Tuesday, January 10, 2006

10 January 2006

Is it really 2006? I realized that part of what helps me to mentally mark the passing of each year is the holiday season, which in the States is marked with an overabundance of red and green decorations, Christmas carols blaring in every store, and huge signs and advertisements touting holiday sales. They don’t really do any of that here, and having been here for the lead up to two holiday seasons, I don’t feel as if 2004 and 2005 really ended, and it definitely doesn’t feel like it’s 2006. Coming from the ultimate consumer culture, where retailers and advertisers tell you what time of year it is and what holiday is up next, how else are Americans supposed to mark the passage of time?

The price of stamps is going up again in the U.S., and at first I was shocked, since the price has increased pretty steadily, and the postal service itself has stayed about the same (well, with the exception of the admission from the Bush administration that they’ve been reading our mail since 9/11� Between that, the wiretaps, and the email monitoring, I’m waiting for them to �fess up that they also have video cameras installed in toilets and Victoria’s Secret changing rooms, for national security purposes, you know). Swiss postage has stayed the same for the time I’ve been here, and everything takes a day to get anywhere else in the country. Then I realized that: (1) Swiss domestic postage costs as much as American airmail, and (2) Switzerland has fewer people than New York City and if it were a state, it would rank 42nd in area, so what with the higher price we pay for postage and the smaller number of people and shorter distances, Swiss post had better be faster than American post.

Last week marked another random holiday observed in Switzerland but not in the U.S., Three Kings’ Day. It’s not a day off, but people celebrate by baking a cake that has a tiny figure of a king hidden inside. Everyone eats a slice, and whoever finds the little king is king for the day and wears a paper crown. It is especially popular with children, although offices often have a cake. Two thoughts: first of all, isn’t that a choking hazard, especially since it’s geared towards children? And second of all, I think the kings are made of plastic. Wouldn’t they melt or leach unhealthy chemicals into the cake? I guess a third thought would be that I’m American and a lawyer, and these aren’t the kinds of things that the Swiss worry about. You know, hazards, torts, accidental injuries and deaths.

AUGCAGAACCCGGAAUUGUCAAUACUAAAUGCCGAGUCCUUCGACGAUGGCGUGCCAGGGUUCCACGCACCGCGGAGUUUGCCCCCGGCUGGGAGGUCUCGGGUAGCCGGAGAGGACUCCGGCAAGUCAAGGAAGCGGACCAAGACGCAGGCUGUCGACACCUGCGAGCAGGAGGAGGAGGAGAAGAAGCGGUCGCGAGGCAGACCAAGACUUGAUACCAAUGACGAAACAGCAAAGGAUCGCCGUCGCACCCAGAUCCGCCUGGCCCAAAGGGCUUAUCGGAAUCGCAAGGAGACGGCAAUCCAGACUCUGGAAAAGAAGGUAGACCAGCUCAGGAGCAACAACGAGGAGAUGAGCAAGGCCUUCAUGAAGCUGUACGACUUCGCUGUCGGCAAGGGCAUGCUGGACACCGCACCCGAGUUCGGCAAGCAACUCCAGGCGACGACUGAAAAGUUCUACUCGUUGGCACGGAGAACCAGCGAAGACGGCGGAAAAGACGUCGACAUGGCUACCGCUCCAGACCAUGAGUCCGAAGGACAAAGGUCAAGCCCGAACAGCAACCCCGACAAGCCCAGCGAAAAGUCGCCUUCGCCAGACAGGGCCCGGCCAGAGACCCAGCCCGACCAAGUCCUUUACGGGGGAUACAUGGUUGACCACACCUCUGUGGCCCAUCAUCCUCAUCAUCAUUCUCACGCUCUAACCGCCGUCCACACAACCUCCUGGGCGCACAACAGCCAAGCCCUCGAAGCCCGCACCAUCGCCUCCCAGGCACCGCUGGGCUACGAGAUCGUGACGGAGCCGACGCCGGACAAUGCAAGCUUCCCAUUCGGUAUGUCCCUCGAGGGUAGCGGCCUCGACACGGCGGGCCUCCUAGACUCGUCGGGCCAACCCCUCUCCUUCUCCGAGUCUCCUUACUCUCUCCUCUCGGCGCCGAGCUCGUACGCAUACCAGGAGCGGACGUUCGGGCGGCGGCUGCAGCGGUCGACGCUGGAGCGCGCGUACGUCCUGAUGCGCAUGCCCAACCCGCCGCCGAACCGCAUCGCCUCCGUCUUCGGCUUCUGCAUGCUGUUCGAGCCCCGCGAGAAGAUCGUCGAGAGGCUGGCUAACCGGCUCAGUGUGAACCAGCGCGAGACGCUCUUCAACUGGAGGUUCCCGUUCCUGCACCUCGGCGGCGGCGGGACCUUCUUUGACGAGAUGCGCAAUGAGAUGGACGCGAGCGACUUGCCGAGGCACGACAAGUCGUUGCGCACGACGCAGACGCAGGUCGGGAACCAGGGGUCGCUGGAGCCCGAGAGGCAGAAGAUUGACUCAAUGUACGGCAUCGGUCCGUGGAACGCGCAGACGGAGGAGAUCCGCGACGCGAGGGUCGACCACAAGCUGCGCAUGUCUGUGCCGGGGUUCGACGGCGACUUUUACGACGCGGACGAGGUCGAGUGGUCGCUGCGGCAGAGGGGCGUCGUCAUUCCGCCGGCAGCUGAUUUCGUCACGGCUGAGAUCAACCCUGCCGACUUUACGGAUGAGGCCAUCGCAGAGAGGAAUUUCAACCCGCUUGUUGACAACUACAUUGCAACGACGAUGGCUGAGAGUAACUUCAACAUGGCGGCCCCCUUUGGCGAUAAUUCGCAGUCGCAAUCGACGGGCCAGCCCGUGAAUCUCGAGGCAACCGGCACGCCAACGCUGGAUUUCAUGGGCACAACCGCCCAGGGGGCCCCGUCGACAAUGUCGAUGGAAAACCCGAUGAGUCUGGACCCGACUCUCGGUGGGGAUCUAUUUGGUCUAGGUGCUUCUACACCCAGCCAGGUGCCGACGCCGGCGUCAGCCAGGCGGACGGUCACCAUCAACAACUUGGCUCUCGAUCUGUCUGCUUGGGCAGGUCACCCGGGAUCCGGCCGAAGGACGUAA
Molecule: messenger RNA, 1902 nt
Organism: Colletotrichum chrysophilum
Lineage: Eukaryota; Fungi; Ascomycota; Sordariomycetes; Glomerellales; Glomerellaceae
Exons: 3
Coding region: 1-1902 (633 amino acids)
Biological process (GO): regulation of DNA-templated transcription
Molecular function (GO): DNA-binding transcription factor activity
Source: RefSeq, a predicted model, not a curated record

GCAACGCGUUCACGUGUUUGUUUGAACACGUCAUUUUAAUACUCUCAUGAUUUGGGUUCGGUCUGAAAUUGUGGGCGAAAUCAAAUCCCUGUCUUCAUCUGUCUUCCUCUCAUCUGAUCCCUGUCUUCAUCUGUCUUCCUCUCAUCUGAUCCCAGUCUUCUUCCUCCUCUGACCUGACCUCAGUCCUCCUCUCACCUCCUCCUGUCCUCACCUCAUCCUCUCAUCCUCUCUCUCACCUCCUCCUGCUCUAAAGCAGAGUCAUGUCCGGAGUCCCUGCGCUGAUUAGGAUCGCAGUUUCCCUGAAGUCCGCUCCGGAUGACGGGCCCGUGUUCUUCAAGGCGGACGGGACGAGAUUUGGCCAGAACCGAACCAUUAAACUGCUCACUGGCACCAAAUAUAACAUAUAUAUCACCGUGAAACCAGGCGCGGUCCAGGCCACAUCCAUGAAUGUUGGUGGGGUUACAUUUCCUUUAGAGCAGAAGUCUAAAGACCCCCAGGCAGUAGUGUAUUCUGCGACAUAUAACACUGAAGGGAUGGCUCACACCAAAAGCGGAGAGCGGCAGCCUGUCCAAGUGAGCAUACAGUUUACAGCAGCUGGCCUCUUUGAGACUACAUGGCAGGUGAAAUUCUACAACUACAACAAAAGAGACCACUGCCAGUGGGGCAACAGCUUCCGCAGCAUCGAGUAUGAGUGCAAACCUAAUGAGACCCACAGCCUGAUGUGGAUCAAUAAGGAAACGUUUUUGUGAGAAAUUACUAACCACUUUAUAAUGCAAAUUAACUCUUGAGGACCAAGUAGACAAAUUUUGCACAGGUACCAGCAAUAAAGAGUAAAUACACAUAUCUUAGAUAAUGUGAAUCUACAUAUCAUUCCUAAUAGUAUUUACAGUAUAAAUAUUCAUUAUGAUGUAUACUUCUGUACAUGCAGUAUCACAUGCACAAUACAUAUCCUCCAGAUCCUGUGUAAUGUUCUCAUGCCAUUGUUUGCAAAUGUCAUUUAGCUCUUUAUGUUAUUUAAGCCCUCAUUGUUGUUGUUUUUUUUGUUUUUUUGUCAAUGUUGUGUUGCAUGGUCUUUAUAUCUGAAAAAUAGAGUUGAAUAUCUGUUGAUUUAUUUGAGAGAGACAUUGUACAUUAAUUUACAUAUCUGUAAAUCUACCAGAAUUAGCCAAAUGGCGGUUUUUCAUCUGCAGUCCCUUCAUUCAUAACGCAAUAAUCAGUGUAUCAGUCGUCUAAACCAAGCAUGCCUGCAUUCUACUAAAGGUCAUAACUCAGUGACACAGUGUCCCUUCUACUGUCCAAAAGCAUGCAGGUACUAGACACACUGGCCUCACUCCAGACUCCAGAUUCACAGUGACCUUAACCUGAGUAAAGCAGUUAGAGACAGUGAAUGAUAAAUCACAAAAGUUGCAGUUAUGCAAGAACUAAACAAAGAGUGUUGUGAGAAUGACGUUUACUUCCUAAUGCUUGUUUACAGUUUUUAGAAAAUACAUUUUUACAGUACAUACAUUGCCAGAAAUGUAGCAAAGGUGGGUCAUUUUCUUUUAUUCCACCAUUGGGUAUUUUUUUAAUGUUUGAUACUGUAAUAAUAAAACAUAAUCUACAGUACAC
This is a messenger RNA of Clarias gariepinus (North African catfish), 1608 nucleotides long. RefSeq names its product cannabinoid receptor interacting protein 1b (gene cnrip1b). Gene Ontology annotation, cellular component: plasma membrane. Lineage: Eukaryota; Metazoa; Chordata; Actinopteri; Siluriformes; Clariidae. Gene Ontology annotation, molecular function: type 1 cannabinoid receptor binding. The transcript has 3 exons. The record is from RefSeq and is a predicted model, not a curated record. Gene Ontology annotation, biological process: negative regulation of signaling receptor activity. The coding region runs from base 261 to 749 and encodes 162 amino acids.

As I walked to work last week, I saw something that blew my mind, even after living here for a year and a half. A man parked his car, got out, leaving the engine running and the door open, then went into a store on the other side of the street, presumably only for a short time, but still… I’ve seen people leave their cars unlocked while running quick errands before, but this was five steps further, to leave the door open with the engine running. I was half-tempted to drive his car halfway around the block so that he would come back and realize that he shouldn’t leave his car that way, but then I remembered that the last time I drove a car was in Australia in 2003, so I couldn’t be sure that I wouldn't crash it. Plus, it was probably stick shift, and I definitely don’t know how to drive stick.